Jackie Chan Movie Made from Unclaimed Australian Gambling Winnings
October 25, 2018
A recent report published by the Sydney Morning Herald suggests that Bleeding Steel – an action film featuring Jackie Chan – was partially funded by unclaimed gambling winnings from New South Wales (NSW) pokie games.
The story alleges that the NSW’s Community Development Fund (CDF) provided the producers of the film with an AU$850 000 grant, which had been made up entirely of revenue gathered through unclaimed gambling winnings. The state organisation gathers funds through pokie winning tickets that are never collected.
Not All are Happy About Film’s Use of State Funds
Despite the movie being filmed and developed in Sydney, not all Australians are happy about the fact that the state allowed public funds to be used for such a project. Some lawmakers have stated that the decision to provide an AU$850 000 grant to the Bleeding Steel filmmakers was highly unusual. Some have stated that unclaimed gambling winnings really should only be used to fund gambling harm programmes that benefit the NSW community as a whole.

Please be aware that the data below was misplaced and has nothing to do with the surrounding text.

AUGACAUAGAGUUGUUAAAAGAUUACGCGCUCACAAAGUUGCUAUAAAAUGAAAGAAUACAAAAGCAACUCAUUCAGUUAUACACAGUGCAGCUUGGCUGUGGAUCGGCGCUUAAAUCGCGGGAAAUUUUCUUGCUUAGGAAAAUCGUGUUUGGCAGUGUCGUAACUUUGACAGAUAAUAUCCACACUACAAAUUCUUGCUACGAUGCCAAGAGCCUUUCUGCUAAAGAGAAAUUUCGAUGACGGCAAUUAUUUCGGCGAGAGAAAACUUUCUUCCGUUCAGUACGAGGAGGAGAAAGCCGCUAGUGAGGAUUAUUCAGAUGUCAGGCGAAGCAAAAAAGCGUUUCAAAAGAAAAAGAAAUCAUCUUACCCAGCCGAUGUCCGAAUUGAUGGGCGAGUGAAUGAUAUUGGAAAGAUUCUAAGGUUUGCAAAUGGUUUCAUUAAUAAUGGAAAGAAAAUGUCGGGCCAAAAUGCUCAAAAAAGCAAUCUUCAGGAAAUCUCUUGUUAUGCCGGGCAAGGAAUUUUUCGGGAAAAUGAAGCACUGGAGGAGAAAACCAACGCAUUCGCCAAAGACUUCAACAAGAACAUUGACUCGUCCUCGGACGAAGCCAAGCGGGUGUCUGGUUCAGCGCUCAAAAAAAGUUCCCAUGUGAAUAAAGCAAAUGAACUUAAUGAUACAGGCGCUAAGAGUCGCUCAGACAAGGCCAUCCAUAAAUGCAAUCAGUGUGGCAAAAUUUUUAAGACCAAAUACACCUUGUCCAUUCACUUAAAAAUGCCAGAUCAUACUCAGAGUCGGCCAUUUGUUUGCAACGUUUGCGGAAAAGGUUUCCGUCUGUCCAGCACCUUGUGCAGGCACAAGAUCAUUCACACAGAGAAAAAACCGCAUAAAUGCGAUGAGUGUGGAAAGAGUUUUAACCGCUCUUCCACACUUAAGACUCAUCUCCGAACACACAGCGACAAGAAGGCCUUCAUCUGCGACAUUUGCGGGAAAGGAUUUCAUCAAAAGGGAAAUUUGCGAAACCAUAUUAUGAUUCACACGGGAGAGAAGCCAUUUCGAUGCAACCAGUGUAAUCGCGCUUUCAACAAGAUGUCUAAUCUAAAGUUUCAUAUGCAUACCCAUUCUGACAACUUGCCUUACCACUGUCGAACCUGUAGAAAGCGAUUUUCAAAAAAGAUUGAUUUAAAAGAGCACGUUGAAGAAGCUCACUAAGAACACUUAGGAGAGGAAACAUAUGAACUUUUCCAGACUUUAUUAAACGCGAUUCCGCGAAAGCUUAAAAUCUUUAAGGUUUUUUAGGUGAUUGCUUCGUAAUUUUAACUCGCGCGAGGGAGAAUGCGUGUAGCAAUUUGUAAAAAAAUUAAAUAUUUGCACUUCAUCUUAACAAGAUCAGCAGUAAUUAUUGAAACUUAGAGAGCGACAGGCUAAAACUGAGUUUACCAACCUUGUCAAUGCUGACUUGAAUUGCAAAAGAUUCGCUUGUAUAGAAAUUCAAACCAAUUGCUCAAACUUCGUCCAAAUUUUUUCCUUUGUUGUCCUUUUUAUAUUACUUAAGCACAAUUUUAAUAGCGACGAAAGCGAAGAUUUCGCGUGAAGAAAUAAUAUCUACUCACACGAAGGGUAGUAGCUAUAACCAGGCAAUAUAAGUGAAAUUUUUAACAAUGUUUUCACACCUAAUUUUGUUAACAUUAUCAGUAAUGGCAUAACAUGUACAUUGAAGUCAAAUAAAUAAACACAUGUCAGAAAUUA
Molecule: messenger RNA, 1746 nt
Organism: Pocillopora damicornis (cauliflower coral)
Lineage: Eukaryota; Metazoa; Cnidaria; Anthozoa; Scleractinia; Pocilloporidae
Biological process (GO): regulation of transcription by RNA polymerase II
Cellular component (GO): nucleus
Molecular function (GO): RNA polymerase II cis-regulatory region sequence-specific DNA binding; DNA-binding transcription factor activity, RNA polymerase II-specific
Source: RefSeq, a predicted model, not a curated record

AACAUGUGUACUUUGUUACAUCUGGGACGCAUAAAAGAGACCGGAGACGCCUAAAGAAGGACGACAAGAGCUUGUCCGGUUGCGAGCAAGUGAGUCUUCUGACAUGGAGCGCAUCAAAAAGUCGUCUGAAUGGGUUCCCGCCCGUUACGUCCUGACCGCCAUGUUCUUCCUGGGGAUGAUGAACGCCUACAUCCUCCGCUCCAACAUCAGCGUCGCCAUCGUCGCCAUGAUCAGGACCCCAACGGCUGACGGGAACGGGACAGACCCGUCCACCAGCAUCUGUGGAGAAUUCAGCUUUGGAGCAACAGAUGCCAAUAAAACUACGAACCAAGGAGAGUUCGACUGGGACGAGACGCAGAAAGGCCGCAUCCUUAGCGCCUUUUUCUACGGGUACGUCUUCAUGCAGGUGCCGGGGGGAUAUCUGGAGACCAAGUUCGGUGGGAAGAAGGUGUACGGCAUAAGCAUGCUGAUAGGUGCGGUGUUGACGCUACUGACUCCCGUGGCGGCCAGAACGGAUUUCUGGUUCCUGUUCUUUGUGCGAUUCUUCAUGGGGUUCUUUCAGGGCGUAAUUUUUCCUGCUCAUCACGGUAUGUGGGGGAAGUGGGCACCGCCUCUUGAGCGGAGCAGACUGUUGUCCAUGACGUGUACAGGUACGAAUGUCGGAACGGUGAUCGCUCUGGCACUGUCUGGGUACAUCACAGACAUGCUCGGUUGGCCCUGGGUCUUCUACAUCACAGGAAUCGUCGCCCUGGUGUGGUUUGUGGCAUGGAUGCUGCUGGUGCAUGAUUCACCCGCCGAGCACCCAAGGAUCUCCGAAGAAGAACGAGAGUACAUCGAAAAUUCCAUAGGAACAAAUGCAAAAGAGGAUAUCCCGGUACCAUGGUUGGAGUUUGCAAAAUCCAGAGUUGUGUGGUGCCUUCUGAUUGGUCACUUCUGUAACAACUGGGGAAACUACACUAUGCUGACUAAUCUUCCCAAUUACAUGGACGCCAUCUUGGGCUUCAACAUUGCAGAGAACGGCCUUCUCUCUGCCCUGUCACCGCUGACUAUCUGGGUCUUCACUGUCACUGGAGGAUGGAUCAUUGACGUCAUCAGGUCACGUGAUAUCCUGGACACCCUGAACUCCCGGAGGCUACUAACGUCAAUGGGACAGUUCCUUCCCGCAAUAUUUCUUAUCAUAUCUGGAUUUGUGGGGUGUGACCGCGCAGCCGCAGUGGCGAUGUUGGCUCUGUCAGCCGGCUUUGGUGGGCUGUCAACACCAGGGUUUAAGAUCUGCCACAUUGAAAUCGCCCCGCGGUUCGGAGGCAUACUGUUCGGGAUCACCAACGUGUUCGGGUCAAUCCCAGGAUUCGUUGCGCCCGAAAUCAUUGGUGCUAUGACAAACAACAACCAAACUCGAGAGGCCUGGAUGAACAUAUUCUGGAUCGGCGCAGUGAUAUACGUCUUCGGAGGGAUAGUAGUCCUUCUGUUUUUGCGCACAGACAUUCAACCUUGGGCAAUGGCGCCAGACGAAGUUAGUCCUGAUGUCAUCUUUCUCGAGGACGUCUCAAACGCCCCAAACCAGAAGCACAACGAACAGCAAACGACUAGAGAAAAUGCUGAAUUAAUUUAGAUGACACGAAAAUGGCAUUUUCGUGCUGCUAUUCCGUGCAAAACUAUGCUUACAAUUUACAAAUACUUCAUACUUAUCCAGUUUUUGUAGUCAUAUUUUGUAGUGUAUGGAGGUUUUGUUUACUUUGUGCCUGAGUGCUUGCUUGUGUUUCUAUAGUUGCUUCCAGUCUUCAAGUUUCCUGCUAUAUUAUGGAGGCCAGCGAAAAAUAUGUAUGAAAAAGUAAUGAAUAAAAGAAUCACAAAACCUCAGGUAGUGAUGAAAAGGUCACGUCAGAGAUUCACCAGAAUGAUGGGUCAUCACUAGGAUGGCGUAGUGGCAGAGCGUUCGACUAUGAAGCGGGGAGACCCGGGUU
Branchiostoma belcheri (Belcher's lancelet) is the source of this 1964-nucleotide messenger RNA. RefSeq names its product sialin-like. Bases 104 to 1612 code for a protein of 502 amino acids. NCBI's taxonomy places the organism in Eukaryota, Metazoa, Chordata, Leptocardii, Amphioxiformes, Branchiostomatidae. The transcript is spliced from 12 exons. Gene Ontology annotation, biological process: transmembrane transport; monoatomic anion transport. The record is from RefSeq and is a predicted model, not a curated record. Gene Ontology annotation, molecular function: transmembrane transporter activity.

The CDF has also previously provided grants to fund other public projects including grants to organisations involved in upgrading or building war memorials across the state.
In light of these complaints, the NSW government have defended their decision to provide a large grant to a film by stating that there was community benefit due to the movie being produced in the state.
Jackie Chan Film Receives Poor Reviews
Despite state backing, Bleeding Steel received a poor reception from critics, with some even panning the film as “nonsensical garbage” and that it directly aims at pleasing a younger audience.
Jackie Chan has not yet commented on the state of the film but, as the second highest paid actor in the world, he doesn’t really need to. With over 150 film credits on his tally, some are bound to be flops.